Confront the collision of power and assumption.

Stereotyping becomes a familiar response to the strangeness we see in others.




How does it feel to embody stereotyping language? Are the words un/comfortably familiar? Or do they feel strange when said aloud?

Coming Soon

Shifting Stereotypes: an interactive documentary
Our latest interactive installation challenges familiar responses.

We invite participants to consider the words of those in power, and what scholars and artists have to say about these words and the culture and concepts that create them. We also invite you to join the conversation, and to contribute to the project as it grows in substance and audience. This is an ongoing project, a series of installations culminating in an interactive documentary of the stereotyping journey, and the shifts in perception along the way. Our hope is that by making these familiar stereotypes strange, we can collaboratively begin to break them down. If you are interested in having us come to you and hosting an immersive event or interactive documentary screening, or are interested in participating in the creative or technical process (funded by Wenner Gren's Innovations in the Public Awareness of Anthropology program), please don't hesitate to reach out.

  • With contributions from anthropologists from all areas and specializations, we have collected and analyzed ideas about stereotypes. CUNY Research Scholars and anthropology students around the world have also dug deep to find evidence of stereotyping- and ways to understand it in a social and historical context.

  • We are currently on tour with our immersive exhibition and generating content for the interactive documentary.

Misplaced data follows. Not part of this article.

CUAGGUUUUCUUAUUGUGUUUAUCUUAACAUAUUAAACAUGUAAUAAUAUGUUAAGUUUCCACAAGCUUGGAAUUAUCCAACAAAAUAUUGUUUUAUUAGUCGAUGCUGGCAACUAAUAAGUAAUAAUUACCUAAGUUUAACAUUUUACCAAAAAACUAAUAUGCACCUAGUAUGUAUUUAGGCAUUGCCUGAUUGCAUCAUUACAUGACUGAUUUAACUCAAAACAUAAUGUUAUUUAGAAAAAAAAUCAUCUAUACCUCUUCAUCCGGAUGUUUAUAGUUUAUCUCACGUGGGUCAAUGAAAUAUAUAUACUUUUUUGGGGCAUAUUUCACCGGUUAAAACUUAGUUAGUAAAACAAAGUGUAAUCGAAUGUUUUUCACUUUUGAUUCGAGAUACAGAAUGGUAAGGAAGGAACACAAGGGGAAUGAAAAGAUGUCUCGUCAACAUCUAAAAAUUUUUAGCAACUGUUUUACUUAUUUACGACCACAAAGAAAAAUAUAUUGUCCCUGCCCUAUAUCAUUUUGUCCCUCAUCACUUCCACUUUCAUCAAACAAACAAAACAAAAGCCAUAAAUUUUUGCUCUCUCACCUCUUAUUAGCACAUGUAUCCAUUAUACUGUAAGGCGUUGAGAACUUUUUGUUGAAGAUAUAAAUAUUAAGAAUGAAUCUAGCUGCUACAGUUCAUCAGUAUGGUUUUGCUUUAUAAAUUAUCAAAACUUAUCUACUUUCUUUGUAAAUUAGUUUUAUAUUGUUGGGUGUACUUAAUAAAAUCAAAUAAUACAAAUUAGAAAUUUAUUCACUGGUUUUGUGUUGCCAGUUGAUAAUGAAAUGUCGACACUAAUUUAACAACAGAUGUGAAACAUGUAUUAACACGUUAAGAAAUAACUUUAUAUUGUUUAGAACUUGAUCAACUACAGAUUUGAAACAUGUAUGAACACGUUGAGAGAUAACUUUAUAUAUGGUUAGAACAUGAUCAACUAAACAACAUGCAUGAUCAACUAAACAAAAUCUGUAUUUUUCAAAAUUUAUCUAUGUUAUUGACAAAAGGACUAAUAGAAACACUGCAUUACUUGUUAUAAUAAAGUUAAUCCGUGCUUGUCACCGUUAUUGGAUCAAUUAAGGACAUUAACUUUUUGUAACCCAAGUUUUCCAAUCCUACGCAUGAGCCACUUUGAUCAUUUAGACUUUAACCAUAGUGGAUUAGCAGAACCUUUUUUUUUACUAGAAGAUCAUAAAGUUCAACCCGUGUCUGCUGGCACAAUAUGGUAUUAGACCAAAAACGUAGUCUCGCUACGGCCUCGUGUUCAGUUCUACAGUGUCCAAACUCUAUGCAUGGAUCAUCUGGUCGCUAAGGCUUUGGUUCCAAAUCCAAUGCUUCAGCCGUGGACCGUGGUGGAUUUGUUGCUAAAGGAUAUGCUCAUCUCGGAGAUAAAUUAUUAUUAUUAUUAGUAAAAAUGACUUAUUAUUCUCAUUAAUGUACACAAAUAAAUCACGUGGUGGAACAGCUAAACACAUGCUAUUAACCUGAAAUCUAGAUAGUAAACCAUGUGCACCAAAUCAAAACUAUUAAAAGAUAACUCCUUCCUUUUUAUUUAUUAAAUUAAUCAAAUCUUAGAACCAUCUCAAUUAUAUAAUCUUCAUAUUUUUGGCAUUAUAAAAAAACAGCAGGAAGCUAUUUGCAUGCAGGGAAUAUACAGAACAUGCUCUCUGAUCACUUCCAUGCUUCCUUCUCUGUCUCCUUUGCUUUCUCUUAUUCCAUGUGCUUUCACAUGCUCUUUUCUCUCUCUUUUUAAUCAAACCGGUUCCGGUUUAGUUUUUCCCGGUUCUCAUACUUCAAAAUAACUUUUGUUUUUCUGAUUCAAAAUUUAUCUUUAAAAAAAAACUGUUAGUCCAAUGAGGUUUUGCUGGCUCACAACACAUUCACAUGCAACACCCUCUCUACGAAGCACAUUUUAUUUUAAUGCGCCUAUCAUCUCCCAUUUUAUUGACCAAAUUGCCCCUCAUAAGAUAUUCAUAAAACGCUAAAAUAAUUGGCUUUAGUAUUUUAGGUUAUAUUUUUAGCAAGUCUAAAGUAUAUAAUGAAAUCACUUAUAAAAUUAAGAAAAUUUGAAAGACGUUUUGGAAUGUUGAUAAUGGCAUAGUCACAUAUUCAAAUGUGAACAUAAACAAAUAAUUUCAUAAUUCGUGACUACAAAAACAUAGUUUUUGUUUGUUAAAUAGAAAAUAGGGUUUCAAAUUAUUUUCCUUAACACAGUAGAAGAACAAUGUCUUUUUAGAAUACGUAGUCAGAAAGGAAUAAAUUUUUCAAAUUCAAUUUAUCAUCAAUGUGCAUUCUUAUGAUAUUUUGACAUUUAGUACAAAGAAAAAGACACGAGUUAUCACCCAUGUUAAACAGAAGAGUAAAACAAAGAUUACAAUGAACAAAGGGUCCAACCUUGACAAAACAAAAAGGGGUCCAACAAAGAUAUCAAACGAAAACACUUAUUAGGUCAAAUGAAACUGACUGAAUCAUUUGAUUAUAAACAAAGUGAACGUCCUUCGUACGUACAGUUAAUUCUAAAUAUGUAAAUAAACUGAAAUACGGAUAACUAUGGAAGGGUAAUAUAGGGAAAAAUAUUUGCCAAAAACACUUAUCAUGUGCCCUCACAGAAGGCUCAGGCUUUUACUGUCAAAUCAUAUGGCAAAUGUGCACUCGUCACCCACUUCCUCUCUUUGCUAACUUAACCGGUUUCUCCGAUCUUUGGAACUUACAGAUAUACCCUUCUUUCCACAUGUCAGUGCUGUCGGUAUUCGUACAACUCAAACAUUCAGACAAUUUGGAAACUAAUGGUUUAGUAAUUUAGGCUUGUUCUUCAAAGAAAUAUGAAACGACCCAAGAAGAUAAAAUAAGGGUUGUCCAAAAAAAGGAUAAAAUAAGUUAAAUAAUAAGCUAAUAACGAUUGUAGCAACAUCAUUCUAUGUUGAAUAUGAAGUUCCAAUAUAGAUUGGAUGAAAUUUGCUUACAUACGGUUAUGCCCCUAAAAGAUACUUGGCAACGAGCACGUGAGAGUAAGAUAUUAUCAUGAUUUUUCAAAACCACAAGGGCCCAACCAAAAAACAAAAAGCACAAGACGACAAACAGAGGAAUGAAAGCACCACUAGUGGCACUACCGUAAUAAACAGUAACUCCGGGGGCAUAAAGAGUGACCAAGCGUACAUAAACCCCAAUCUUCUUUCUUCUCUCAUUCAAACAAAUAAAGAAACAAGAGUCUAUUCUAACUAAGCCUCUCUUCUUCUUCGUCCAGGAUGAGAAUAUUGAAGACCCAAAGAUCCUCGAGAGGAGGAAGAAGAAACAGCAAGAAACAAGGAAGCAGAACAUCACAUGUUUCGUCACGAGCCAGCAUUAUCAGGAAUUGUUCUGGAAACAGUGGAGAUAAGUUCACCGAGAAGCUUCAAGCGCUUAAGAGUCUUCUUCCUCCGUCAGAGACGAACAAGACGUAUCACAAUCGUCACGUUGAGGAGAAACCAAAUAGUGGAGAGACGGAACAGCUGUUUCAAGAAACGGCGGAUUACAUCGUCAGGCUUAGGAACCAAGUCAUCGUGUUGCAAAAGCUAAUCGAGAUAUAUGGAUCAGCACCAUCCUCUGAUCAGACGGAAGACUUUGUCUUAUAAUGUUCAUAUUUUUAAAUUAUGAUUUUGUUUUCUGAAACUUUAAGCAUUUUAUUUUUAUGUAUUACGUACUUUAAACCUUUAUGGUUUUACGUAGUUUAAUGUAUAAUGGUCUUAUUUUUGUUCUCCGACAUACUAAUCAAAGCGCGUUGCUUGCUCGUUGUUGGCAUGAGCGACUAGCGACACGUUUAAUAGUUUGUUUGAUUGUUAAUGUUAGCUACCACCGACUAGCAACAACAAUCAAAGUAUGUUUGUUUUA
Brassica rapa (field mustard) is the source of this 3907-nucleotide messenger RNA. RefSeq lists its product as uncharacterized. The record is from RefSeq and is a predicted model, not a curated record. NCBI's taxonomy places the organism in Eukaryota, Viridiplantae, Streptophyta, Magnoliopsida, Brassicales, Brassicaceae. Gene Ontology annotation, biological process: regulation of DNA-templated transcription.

• We are producing a cutting-edge interactive web documentary featuring footage from the installation participants and our anthropological research.


Kristina Baines

Director of Anthropology
Kristina Baines, PhD is an Asst. Professor at CUNY Guttman. Her interests include environment + health intersections, ecological heritage, phenomenology and education.

Victoria Costa

Director of Cool
Victoria Costa likes to consider potential trajectories for cool, critical thoughts + believes that information must be free beyond the closed circuits of our niche communities.

Shenice Greene

Production Assistant
Shenice Greene was born in Trinidad and raised in New York. She is pursuing a degree at CUNY Guttman in Liberal Arts. She is honored to be working with Cool Anthropology.

Maria Parada

Production Assistant
Maria Isabel Parada was born in Bogota, Colombia and raised in New York. She believes that it is better to “try and fail than to never try at all” – it’s the motto that keeps her going.

Spring 2018

We are working hard on many different elements of our interactive experience, scheduled to be launched in the next few months.

"Instead of being presented with stereotypes by age, sex, color, class, or religion, children must have the opportunity to learn that within each range, some people are loathsome and some are delightful."
- Margaret Mead